State and local officials are planning to dump boulders on trails favored by illegal off-roaders near Sandy’s beach to try to protect monk seals that frequent the shoreline.
The Hawaii Kai Neighborhood Board is working with the city to reduce off-roading at Wawamalu Beach. But exact dates for placing the boulders are still up in the air.
The Hawaii Kai Neighborhood Board discussed the plan of using boulders provided by the state Department of Land and Natural Resources at last month’s meeting. The beach is part of the Kaiwi State Scenic Shoreline, which runs from the Makapu’u Lighthouse down to Wawamalu.
Wawamalu Beach sits between Alan-Davis Beach — which is the state’s property — and Sandy Beach Park — which is the city’s property, so jurisdiction over Wawamalu is often hard to determine.
“The city is pointing at the state, the state is pointing at the city, but we already have all these laws in place so why does no one want to just enforce them?” said board member Kim Hollandsworth.
“I mean, for 10 years, we’ve just been trying to get somebody to stop people from driving on that beach — something that’s already illegal,” Hollandsworth said.
Honolulu parks spokesman Nathan Serota clarified that city jurisdiction often ends at “the upper reaches of the wash of the waves,” and state jurisdiction begins below that, so dealing with these areas often requires collaboration between the city and county.
“We are hoping to be able to take action on that proposal soon, but permitting requirements must be met,” Serota told Civil Beat in an email.
While the board’s conversations have been on-going, Hollandsworth has witnessed multiple instances of trucks driving very close to the monk seal pups that like to rest on the beach.
Reese Liggett, a Hawaii Kai resident and member of the Sierra Club, has also witnessed close calls, which he says puts the pups at developmental risk.
“When monk seals bear pups on a certain beach, the pups will return years later to the same beach to have their pups. And for many monk seals, that beach is most often Wawamalu,” Liggett said. “If they don’t have time to get accustomed to the beach and their instincts, it can get in the way of their ability to survive on their own.”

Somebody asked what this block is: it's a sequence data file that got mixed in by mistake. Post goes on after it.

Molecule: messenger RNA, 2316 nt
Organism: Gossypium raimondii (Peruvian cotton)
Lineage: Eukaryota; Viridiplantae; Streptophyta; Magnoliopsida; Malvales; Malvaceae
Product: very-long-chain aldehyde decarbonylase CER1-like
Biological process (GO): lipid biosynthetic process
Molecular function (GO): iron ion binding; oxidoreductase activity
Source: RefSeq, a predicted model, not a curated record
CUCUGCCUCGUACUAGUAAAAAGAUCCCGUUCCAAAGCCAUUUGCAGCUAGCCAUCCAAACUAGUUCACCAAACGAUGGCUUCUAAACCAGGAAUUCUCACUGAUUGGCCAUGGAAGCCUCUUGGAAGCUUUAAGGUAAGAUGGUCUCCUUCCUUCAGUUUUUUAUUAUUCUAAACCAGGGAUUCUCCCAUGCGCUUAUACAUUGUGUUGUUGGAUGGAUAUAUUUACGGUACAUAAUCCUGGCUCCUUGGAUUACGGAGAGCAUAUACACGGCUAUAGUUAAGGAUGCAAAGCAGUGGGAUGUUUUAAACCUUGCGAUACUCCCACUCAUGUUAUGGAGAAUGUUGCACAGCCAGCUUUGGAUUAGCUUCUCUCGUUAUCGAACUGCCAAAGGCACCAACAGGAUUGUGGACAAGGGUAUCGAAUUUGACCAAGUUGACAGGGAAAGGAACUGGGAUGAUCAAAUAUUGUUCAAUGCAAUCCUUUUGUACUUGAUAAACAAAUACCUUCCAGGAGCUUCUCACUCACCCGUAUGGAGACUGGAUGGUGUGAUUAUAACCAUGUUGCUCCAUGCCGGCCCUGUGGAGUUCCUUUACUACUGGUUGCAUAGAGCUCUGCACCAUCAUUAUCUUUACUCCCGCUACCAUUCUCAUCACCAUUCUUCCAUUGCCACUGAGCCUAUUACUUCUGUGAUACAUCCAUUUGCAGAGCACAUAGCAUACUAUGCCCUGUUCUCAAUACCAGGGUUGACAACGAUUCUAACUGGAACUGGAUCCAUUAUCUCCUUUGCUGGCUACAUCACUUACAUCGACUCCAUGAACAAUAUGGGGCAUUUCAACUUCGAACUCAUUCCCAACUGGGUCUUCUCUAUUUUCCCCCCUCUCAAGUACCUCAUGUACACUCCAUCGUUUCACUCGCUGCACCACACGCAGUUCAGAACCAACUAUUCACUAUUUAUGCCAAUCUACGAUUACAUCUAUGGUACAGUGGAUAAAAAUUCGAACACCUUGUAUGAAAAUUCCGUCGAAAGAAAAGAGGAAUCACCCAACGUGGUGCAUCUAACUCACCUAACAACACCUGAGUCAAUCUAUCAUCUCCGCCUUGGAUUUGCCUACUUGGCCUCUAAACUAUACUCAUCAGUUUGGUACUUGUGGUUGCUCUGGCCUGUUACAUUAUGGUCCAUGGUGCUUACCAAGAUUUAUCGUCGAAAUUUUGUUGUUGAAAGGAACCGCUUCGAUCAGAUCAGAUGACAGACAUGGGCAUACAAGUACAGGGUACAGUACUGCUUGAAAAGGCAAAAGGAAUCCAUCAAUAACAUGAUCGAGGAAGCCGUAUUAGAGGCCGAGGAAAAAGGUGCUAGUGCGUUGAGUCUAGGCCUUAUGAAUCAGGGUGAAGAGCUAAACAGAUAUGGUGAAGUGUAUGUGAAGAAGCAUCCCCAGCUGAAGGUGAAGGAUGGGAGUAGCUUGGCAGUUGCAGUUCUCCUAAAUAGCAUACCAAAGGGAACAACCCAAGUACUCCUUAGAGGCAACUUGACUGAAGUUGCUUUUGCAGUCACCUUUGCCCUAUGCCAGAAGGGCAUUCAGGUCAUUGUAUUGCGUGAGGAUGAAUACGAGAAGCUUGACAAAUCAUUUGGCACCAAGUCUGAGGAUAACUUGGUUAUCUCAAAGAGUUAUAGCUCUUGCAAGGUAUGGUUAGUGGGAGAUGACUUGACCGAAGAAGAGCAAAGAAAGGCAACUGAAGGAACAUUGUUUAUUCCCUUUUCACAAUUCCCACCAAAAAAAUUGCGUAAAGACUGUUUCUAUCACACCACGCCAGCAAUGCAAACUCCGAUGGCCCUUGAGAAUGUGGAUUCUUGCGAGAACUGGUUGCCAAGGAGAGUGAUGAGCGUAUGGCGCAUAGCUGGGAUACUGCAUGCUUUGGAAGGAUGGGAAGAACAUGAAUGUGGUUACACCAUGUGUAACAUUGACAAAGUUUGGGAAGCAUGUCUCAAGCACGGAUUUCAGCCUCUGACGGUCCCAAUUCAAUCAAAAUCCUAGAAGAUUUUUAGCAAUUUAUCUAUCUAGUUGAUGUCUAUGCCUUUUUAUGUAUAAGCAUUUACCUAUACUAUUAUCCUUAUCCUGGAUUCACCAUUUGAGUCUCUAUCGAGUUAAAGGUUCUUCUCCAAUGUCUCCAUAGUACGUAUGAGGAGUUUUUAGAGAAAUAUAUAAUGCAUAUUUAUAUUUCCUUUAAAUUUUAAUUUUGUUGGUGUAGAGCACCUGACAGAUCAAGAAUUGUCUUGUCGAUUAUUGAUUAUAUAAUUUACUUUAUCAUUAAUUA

Hawaiian monk seals are protected under the Endangered Species Act.
June to August is monk seal pup season, and according to Charles Littnan, the director of the protected species division at the National Oceanic and Atmospheric Administration, the main thing that will help seals during this time is people giving them their space — about 50 feet of it.
“A seal needs a lot of space because a monk seal needs a lot of rest,” Littnan said. “It needs to rest for the next time it goes out to forage.”
Once the boulders are in place, board member Elizabeth Reilly says officials will integrate them into the beach’s rock garden.
“The boulders have been located and will be supplied by the DLNR, but we just have to wait for the green-light to move them,” Reilly said.
The plan, as laid out by Liggett, will create a small space for cars to pull up to the beach, but prevent any vehicles from actually coming onto the sand or running over any indigenous plants. The boulders will start at Kalanianaole Highway and continue down to the sand dunes.
Honolulu City Council member Tommy Waters requested money in the city’s fiscal year 2021 budget for planning, design, construction and placement of barriers at Wawamalu Beach.
Waters said, in an email, that the city “has been working with stakeholders including the Sierra Club, Surfrider and Livable Hawaii Kai Hui to see if there is a way that the City can immediately expedite the placement of barriers to protect the monk seals.”
Civil Beat is a small nonprofit newsroom, and we’re committed to a paywall-free website and subscription-free content because we believe in journalism as a public service.
That’s why donations from readers like you are essential to our continued existence.
Help keep our journalism free for all readers by becoming a monthly member of Civil Beat today.